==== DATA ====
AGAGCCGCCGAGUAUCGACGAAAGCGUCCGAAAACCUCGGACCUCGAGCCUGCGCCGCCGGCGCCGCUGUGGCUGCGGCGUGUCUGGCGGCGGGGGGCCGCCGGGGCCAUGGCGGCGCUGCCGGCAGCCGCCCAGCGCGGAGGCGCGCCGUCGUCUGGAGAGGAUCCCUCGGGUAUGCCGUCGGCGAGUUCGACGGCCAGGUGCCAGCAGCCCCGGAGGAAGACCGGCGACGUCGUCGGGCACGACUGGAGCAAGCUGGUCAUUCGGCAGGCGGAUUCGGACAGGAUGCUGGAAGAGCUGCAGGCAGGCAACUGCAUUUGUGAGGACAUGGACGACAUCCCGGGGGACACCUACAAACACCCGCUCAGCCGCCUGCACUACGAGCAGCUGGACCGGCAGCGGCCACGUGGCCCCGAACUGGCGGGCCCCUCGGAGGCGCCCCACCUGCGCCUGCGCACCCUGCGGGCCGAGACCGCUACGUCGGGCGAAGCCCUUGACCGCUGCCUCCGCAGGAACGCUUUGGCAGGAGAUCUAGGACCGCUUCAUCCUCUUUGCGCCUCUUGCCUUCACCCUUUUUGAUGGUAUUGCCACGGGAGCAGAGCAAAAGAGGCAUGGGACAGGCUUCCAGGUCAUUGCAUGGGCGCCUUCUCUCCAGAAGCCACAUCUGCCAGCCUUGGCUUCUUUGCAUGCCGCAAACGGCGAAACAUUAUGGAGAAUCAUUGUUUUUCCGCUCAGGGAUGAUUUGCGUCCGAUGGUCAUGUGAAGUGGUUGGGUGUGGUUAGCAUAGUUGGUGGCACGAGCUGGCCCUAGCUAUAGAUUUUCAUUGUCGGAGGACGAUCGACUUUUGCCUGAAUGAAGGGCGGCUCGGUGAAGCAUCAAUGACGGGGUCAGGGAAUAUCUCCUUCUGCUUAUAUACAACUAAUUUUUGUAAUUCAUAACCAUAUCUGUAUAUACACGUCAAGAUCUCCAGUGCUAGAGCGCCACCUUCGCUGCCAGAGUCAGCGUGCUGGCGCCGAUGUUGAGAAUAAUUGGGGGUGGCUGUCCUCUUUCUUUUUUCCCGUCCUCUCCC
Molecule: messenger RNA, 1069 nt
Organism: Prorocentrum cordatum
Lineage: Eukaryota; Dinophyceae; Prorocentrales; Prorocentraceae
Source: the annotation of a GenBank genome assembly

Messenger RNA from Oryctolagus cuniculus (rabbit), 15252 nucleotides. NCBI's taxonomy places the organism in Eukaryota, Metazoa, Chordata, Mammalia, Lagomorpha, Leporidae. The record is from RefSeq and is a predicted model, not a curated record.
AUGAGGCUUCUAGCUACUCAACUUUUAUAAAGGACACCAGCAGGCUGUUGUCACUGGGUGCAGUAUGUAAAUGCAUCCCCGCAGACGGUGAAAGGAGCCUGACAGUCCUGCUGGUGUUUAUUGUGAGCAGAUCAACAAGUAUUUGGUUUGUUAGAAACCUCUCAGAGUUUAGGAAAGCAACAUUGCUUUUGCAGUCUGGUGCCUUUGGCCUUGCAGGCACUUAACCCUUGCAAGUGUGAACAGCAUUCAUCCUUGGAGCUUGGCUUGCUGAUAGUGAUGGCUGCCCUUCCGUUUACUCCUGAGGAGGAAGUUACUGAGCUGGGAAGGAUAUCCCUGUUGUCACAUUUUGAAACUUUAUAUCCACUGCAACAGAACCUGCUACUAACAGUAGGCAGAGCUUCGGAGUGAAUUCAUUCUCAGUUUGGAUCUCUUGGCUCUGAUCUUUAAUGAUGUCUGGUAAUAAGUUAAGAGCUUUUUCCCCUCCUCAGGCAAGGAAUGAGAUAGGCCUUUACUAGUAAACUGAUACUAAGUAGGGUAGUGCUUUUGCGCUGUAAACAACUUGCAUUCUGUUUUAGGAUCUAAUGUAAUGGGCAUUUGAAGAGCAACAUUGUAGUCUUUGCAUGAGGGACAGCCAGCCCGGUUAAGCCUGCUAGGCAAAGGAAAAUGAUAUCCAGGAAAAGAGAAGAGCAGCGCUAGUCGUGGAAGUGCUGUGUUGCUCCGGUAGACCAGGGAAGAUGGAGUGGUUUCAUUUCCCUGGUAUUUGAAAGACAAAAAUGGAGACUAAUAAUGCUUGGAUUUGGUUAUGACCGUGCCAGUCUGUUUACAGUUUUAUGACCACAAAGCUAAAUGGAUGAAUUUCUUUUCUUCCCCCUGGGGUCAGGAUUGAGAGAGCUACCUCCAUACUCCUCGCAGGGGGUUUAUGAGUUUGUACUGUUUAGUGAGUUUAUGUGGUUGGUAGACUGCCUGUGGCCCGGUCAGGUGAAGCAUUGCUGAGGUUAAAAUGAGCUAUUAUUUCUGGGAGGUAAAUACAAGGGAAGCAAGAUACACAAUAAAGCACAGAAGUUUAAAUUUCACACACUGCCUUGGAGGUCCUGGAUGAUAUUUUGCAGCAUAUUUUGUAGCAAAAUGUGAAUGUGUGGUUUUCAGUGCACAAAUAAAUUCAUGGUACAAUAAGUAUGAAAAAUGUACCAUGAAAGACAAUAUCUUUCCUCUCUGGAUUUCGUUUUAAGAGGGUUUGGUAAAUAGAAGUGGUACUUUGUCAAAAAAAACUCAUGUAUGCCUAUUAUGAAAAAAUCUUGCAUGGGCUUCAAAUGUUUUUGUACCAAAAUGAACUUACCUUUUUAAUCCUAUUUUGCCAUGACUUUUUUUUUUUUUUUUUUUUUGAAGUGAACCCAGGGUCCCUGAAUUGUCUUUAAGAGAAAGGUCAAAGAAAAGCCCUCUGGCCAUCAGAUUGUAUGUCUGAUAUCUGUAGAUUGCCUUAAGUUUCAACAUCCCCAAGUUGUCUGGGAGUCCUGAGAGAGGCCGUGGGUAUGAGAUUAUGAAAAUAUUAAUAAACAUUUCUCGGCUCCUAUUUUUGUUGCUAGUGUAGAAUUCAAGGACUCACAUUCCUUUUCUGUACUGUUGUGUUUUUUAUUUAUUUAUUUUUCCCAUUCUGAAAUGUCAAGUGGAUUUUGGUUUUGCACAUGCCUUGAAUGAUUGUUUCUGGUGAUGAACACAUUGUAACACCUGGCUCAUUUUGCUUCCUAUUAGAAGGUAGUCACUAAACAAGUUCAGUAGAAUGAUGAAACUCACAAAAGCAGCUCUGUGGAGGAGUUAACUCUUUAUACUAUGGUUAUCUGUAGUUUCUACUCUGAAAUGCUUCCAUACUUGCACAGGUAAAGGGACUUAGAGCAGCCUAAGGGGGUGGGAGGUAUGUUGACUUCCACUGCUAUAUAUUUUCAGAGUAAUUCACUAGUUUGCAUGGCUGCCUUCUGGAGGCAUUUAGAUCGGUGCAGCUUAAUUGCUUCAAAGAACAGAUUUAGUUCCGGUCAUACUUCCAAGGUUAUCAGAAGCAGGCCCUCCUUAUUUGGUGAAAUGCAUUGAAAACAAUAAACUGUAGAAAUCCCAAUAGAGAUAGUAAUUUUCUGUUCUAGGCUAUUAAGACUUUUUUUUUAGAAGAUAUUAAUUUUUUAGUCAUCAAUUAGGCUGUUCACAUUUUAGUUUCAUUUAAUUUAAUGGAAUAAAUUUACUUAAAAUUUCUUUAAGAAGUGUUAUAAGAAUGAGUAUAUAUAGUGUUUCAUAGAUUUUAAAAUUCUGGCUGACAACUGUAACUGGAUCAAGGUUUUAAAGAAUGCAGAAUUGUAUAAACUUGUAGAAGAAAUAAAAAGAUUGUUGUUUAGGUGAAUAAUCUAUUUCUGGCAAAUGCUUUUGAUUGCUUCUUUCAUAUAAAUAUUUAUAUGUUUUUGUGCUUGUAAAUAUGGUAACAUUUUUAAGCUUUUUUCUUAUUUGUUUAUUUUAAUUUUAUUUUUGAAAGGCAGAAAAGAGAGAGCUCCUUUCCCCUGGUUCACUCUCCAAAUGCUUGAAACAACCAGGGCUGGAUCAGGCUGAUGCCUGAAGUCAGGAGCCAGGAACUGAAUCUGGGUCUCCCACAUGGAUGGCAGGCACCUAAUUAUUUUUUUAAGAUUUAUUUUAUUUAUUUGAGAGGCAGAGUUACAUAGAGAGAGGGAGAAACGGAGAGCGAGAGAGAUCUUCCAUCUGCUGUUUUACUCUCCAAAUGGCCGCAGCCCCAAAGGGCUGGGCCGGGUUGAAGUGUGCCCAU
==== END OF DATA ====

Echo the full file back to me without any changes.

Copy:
AGAGCCGCCGAGUAUCGACGAAAGCGUCCGAAAACCUCGGACCUCGAGCCUGCGCCGCCGGCGCCGCUGUGGCUGCGGCGUGUCUGGCGGCGGGGGGCCGCCGGGGCCAUGGCGGCGCUGCCGGCAGCCGCCCAGCGCGGAGGCGCGCCGUCGUCUGGAGAGGAUCCCUCGGGUAUGCCGUCGGCGAGUUCGACGGCCAGGUGCCAGCAGCCCCGGAGGAAGACCGGCGACGUCGUCGGGCACGACUGGAGCAAGCUGGUCAUUCGGCAGGCGGAUUCGGACAGGAUGCUGGAAGAGCUGCAGGCAGGCAACUGCAUUUGUGAGGACAUGGACGACAUCCCGGGGGACACCUACAAACACCCGCUCAGCCGCCUGCACUACGAGCAGCUGGACCGGCAGCGGCCACGUGGCCCCGAACUGGCGGGCCCCUCGGAGGCGCCCCACCUGCGCCUGCGCACCCUGCGGGCCGAGACCGCUACGUCGGGCGAAGCCCUUGACCGCUGCCUCCGCAGGAACGCUUUGGCAGGAGAUCUAGGACCGCUUCAUCCUCUUUGCGCCUCUUGCCUUCACCCUUUUUGAUGGUAUUGCCACGGGAGCAGAGCAAAAGAGGCAUGGGACAGGCUUCCAGGUCAUUGCAUGGGCGCCUUCUCUCCAGAAGCCACAUCUGCCAGCCUUGGCUUCUUUGCAUGCCGCAAACGGCGAAACAUUAUGGAGAAUCAUUGUUUUUCCGCUCAGGGAUGAUUUGCGUCCGAUGGUCAUGUGAAGUGGUUGGGUGUGGUUAGCAUAGUUGGUGGCACGAGCUGGCCCUAGCUAUAGAUUUUCAUUGUCGGAGGACGAUCGACUUUUGCCUGAAUGAAGGGCGGCUCGGUGAAGCAUCAAUGACGGGGUCAGGGAAUAUCUCCUUCUGCUUAUAUACAACUAAUUUUUGUAAUUCAUAACCAUAUCUGUAUAUACACGUCAAGAUCUCCAGUGCUAGAGCGCCACCUUCGCUGCCAGAGUCAGCGUGCUGGCGCCGAUGUUGAGAAUAAUUGGGGGUGGCUGUCCUCUUUCUUUUUUCCCGUCCUCUCCC
Molecule: messenger RNA, 1069 nt
Organism: Prorocentrum cordatum
Lineage: Eukaryota; Dinophyceae; Prorocentrales; Prorocentraceae
Source: the annotation of a GenBank genome assembly

Messenger RNA from Oryctolagus cuniculus (rabbit), 15252 nucleotides. NCBI's taxonomy places the organism in Eukaryota, Metazoa, Chordata, Mammalia, Lagomorpha, Leporidae. The record is from RefSeq and is a predicted model, not a curated record.
AUGAGGCUUCUAGCUACUCAACUUUUAUAAAGGACACCAGCAGGCUGUUGUCACUGGGUGCAGUAUGUAAAUGCAUCCCCGCAGACGGUGAAAGGAGCCUGACAGUCCUGCUGGUGUUUAUUGUGAGCAGAUCAACAAGUAUUUGGUUUGUUAGAAACCUCUCAGAGUUUAGGAAAGCAACAUUGCUUUUGCAGUCUGGUGCCUUUGGCCUUGCAGGCACUUAACCCUUGCAAGUGUGAACAGCAUUCAUCCUUGGAGCUUGGCUUGCUGAUAGUGAUGGCUGCCCUUCCGUUUACUCCUGAGGAGGAAGUUACUGAGCUGGGAAGGAUAUCCCUGUUGUCACAUUUUGAAACUUUAUAUCCACUGCAACAGAACCUGCUACUAACAGUAGGCAGAGCUUCGGAGUGAAUUCAUUCUCAGUUUGGAUCUCUUGGCUCUGAUCUUUAAUGAUGUCUGGUAAUAAGUUAAGAGCUUUUUCCCCUCCUCAGGCAAGGAAUGAGAUAGGCCUUUACUAGUAAACUGAUACUAAGUAGGGUAGUGCUUUUGCGCUGUAAACAACUUGCAUUCUGUUUUAGGAUCUAAUGUAAUGGGCAUUUGAAGAGCAACAUUGUAGUCUUUGCAUGAGGGACAGCCAGCCCGGUUAAGCCUGCUAGGCAAAGGAAAAUGAUAUCCAGGAAAAGAGAAGAGCAGCGCUAGUCGUGGAAGUGCUGUGUUGCUCCGGUAGACCAGGGAAGAUGGAGUGGUUUCAUUUCCCUGGUAUUUGAAAGACAAAAAUGGAGACUAAUAAUGCUUGGAUUUGGUUAUGACCGUGCCAGUCUGUUUACAGUUUUAUGACCACAAAGCUAAAUGGAUGAAUUUCUUUUCUUCCCCCUGGGGUCAGGAUUGAGAGAGCUACCUCCAUACUCCUCGCAGGGGGUUUAUGAGUUUGUACUGUUUAGUGAGUUUAUGUGGUUGGUAGACUGCCUGUGGCCCGGUCAGGUGAAGCAUUGCUGAGGUUAAAAUGAGCUAUUAUUUCUGGGAGGUAAAUACAAGGGAAGCAAGAUACACAAUAAAGCACAGAAGUUUAAAUUUCACACACUGCCUUGGAGGUCCUGGAUGAUAUUUUGCAGCAUAUUUUGUAGCAAAAUGUGAAUGUGUGGUUUUCAGUGCACAAAUAAAUUCAUGGUACAAUAAGUAUGAAAAAUGUACCAUGAAAGACAAUAUCUUUCCUCUCUGGAUUUCGUUUUAAGAGGGUUUGGUAAAUAGAAGUGGUACUUUGUCAAAAAAAACUCAUGUAUGCCUAUUAUGAAAAAAUCUUGCAUGGGCUUCAAAUGUUUUUGUACCAAAAUGAACUUACCUUUUUAAUCCUAUUUUGCCAUGACUUUUUUUUUUUUUUUUUUUUUGAAGUGAACCCAGGGUCCCUGAAUUGUCUUUAAGAGAAAGGUCAAAGAAAAGCCCUCUGGCCAUCAGAUUGUAUGUCUGAUAUCUGUAGAUUGCCUUAAGUUUCAACAUCCCCAAGUUGUCUGGGAGUCCUGAGAGAGGCCGUGGGUAUGAGAUUAUGAAAAUAUUAAUAAACAUUUCUCGGCUCCUAUUUUUGUUGCUAGUGUAGAAUUCAAGGACUCACAUUCCUUUUCUGUACUGUUGUGUUUUUUAUUUAUUUAUUUUUCCCAUUCUGAAAUGUCAAGUGGAUUUUGGUUUUGCACAUGCCUUGAAUGAUUGUUUCUGGUGAUGAACACAUUGUAACACCUGGCUCAUUUUGCUUCCUAUUAGAAGGUAGUCACUAAACAAGUUCAGUAGAAUGAUGAAACUCACAAAAGCAGCUCUGUGGAGGAGUUAACUCUUUAUACUAUGGUUAUCUGUAGUUUCUACUCUGAAAUGCUUCCAUACUUGCACAGGUAAAGGGACUUAGAGCAGCCUAAGGGGGUGGGAGGUAUGUUGACUUCCACUGCUAUAUAUUUUCAGAGUAAUUCACUAGUUUGCAUGGCUGCCUUCUGGAGGCAUUUAGAUCGGUGCAGCUUAAUUGCUUCAAAGAACAGAUUUAGUUCCGGUCAUACUUCCAAGGUUAUCAGAAGCAGGCCCUCCUUAUUUGGUGAAAUGCAUUGAAAACAAUAAACUGUAGAAAUCCCAAUAGAGAUAGUAAUUUUCUGUUCUAGGCUAUUAAGACUUUUUUUUUAGAAGAUAUUAAUUUUUUAGUCAUCAAUUAGGCUGUUCACAUUUUAGUUUCAUUUAAUUUAAUGGAAUAAAUUUACUUAAAAUUUCUUUAAGAAGUGUUAUAAGAAUGAGUAUAUAUAGUGUUUCAUAGAUUUUAAAAUUCUGGCUGACAACUGUAACUGGAUCAAGGUUUUAAAGAAUGCAGAAUUGUAUAAACUUGUAGAAGAAAUAAAAAGAUUGUUGUUUAGGUGAAUAAUCUAUUUCUGGCAAAUGCUUUUGAUUGCUUCUUUCAUAUAAAUAUUUAUAUGUUUUUGUGCUUGUAAAUAUGGUAACAUUUUUAAGCUUUUUUCUUAUUUGUUUAUUUUAAUUUUAUUUUUGAAAGGCAGAAAAGAGAGAGCUCCUUUCCCCUGGUUCACUCUCCAAAUGCUUGAAACAACCAGGGCUGGAUCAGGCUGAUGCCUGAAGUCAGGAGCCAGGAACUGAAUCUGGGUCUCCCACAUGGAUGGCAGGCACCUAAUUAUUUUUUUAAGAUUUAUUUUAUUUAUUUGAGAGGCAGAGUUACAUAGAGAGAGGGAGAAACGGAGAGCGAGAGAGAUCUUCCAUCUGCUGUUUUACUCUCCAAAUGGCCGCAGCCCCAAAGGGCUGGGCCGGGUUGAAGUGUGCCCAU